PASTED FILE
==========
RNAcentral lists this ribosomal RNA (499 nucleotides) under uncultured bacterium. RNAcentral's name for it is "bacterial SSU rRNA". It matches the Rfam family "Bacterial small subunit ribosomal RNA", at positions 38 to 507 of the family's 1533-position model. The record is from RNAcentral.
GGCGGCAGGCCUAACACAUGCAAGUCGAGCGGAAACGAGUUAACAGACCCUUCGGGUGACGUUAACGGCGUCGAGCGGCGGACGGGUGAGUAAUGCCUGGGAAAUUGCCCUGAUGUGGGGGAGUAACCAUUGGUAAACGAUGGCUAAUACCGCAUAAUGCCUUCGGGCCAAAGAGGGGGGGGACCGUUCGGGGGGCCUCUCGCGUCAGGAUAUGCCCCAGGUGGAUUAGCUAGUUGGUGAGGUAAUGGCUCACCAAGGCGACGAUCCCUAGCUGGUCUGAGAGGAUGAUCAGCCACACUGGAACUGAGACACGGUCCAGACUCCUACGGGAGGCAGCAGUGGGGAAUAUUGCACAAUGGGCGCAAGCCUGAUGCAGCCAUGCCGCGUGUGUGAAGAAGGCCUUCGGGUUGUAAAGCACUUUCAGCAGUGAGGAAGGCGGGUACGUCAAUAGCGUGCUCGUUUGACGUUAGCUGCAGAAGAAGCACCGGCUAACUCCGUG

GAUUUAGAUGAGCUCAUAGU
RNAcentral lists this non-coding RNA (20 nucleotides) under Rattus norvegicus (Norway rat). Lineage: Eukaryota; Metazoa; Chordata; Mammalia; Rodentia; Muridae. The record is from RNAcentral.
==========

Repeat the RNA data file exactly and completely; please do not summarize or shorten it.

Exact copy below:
RNAcentral lists this ribosomal RNA (499 nucleotides) under uncultured bacterium. RNAcentral's name for it is "bacterial SSU rRNA". It matches the Rfam family "Bacterial small subunit ribosomal RNA", at positions 38 to 507 of the family's 1533-position model. The record is from RNAcentral.
GGCGGCAGGCCUAACACAUGCAAGUCGAGCGGAAACGAGUUAACAGACCCUUCGGGUGACGUUAACGGCGUCGAGCGGCGGACGGGUGAGUAAUGCCUGGGAAAUUGCCCUGAUGUGGGGGAGUAACCAUUGGUAAACGAUGGCUAAUACCGCAUAAUGCCUUCGGGCCAAAGAGGGGGGGGACCGUUCGGGGGGCCUCUCGCGUCAGGAUAUGCCCCAGGUGGAUUAGCUAGUUGGUGAGGUAAUGGCUCACCAAGGCGACGAUCCCUAGCUGGUCUGAGAGGAUGAUCAGCCACACUGGAACUGAGACACGGUCCAGACUCCUACGGGAGGCAGCAGUGGGGAAUAUUGCACAAUGGGCGCAAGCCUGAUGCAGCCAUGCCGCGUGUGUGAAGAAGGCCUUCGGGUUGUAAAGCACUUUCAGCAGUGAGGAAGGCGGGUACGUCAAUAGCGUGCUCGUUUGACGUUAGCUGCAGAAGAAGCACCGGCUAACUCCGUG

GAUUUAGAUGAGCUCAUAGU
RNAcentral lists this non-coding RNA (20 nucleotides) under Rattus norvegicus (Norway rat). Lineage: Eukaryota; Metazoa; Chordata; Mammalia; Rodentia; Muridae. The record is from RNAcentral.